Enabling Biodiversity Inclusive Design

In the day and age of the biodiversity emergency, architects, landscape architects, urban designers and even engineers are looking for answers to the question How do we design for biodiversity?”.

The ‘Post-2020 Global Biodiversity Framework’ specifically calls for the rise of biodiversity inclusive urban areas (See Target 12, Convention on Biological Diversity 2022). Biodiversity Inclusive Design (BID) is an approach to planning and design that seeks to foster functional ecological systems, enable species’ persistence within the built environment and (re) connect people with nature (Hernandez-Santin, Amati et al. 2023).

Within a few years, researchers, forward thinking designers and voluntary certification programs have delivered a multitude of frameworks that can support designer’ quest towards biodiversity positivity. But with many frameworks all around, the question becomes… “Which one should we use?”

We, at the ICON Science Research Hub, recommend Biodiversity Sensitive Urban Design, a framework created by our research group. But we also acknowledge that there are other frameworks worth of notice and decided to take a closer look at each of them to explore the similarities, differences, and synergies between number of academic and industry-led frameworks.

In our recent publication we systematically analysed 15 different design frameworks aligned with Biodiversity Inclusive Design practices (Hernandez-Santin, Amati et al. 2022). These frameworks supply a series of principles and a structured design process that built environment professionals can follow to integrate biodiversity’s perspectives into design thinking processes.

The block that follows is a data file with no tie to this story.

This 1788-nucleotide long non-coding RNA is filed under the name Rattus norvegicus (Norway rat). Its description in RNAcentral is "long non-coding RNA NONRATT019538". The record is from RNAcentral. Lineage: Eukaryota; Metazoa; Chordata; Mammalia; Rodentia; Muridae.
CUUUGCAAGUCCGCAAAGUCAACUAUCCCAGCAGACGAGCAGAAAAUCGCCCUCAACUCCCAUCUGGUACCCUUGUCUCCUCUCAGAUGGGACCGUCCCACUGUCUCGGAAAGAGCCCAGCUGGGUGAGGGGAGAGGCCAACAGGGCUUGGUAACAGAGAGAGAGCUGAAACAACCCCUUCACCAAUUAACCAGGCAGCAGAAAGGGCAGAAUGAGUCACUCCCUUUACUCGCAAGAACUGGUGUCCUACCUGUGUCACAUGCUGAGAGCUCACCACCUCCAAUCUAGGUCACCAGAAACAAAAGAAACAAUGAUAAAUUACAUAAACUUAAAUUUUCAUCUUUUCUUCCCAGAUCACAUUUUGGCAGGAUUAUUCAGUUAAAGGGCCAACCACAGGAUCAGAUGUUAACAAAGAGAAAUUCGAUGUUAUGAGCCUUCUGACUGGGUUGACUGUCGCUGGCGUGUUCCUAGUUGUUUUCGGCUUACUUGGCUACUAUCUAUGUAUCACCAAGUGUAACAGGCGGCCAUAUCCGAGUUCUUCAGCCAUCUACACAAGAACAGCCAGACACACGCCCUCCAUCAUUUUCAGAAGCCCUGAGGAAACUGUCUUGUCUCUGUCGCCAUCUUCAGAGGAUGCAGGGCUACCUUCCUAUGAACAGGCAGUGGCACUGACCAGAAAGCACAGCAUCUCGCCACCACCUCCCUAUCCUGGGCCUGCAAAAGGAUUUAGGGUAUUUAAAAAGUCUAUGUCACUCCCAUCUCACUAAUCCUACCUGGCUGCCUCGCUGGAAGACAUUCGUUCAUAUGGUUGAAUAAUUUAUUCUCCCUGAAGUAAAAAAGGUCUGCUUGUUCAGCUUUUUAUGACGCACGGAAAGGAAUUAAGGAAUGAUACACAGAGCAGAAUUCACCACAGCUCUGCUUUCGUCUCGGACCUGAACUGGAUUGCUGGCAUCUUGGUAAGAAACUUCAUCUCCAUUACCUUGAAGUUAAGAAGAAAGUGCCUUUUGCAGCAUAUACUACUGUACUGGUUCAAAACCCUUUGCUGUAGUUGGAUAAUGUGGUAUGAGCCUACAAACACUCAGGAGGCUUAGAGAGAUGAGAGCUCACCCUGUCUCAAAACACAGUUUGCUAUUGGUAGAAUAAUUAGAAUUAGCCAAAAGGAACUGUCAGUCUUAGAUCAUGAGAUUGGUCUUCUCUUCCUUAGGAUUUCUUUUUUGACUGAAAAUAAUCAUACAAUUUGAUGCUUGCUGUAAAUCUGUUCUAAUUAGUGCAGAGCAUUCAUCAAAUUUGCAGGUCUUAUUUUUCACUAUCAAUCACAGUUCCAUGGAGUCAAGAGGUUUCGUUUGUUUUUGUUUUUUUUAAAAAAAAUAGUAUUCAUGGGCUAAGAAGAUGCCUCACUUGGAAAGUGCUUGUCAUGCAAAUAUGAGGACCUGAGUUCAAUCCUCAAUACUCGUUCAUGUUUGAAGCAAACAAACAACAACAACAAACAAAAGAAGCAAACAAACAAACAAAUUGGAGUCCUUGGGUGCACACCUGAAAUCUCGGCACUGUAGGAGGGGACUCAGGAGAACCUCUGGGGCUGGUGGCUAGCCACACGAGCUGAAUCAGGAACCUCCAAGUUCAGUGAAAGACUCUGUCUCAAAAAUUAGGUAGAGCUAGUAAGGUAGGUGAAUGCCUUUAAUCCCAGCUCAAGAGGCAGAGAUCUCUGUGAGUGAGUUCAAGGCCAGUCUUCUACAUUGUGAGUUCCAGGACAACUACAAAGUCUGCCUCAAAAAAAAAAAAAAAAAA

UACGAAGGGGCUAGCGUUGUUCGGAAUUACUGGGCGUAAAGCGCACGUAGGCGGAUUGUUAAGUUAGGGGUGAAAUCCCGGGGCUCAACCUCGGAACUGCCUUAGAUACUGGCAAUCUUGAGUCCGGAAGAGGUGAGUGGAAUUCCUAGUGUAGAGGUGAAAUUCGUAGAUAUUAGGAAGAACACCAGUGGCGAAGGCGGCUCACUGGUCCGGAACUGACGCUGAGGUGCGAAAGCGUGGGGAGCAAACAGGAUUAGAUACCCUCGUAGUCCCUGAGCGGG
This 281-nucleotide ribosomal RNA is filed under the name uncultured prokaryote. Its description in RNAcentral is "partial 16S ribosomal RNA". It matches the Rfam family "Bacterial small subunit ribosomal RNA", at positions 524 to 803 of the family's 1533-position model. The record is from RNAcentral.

Often, these frameworks are only applicable for specific circumstances. For example, the ‘Start with the Grasslands‘ offers strategies to show care for this underappreciated ecosystems. It also offers valuable lessons for other undervalued ecosystems through the integration of ‘cues of care’. Other frameworks are specifically associated to certification schemes such as the Living Building Challenge ‘Ecology of Place’, the Building with Nature and the Nature credits being developed by Green Building Councils around the world.

Our paper formalises Biodiversity Inclusive Design as a practice. We found three core dimensions of design action, nine principles and 27 ‘factors’ to consider.

Caption: Dimensions of action, design principles and factors considered in biodiversity inclusive design. In the middle is the overarching aim of BID as a design approach. Directly surrounding the aim, the inner circle shows three core dimensions of biodiversity inclusive design. The outer circle shows its nine design principles and the factors for consideration in biodiversity inclusive design are found between both circles.

Beyond this synthesis of biodiversity inclusive design, we discuss the synergies between different frameworks. It is not necessary to choose a single framework but to find those that are best suited for the project at hand. Having clarity over the strengths and functions of the different frameworks can help designers navigate the available options and choose the most suited for their individual projects.

Read our full paper for more information! It is open access.

References

Convention on Biological Diversity (2022). Post-2020 Global Biodiversity Framework: Draft recommendation submitted by the Co-Chairs. Open-ended working group on the post-2020 global biodiversity framework.

Hernandez-Santin, C., M. Amati, S. Bekessy and C. Desha (2022). “A Review of Existing Ecological Design Frameworks Enabling Biodiversity Inclusive Design.” Urban Science 6(4): 95.

Hernandez-Santin, C., M. Amati, S. Bekessy and C. Desha (2023). “Integrating biodiversity as a non-human stakeholder within urban development.” Landscape and Urban Planning 232: 104678.

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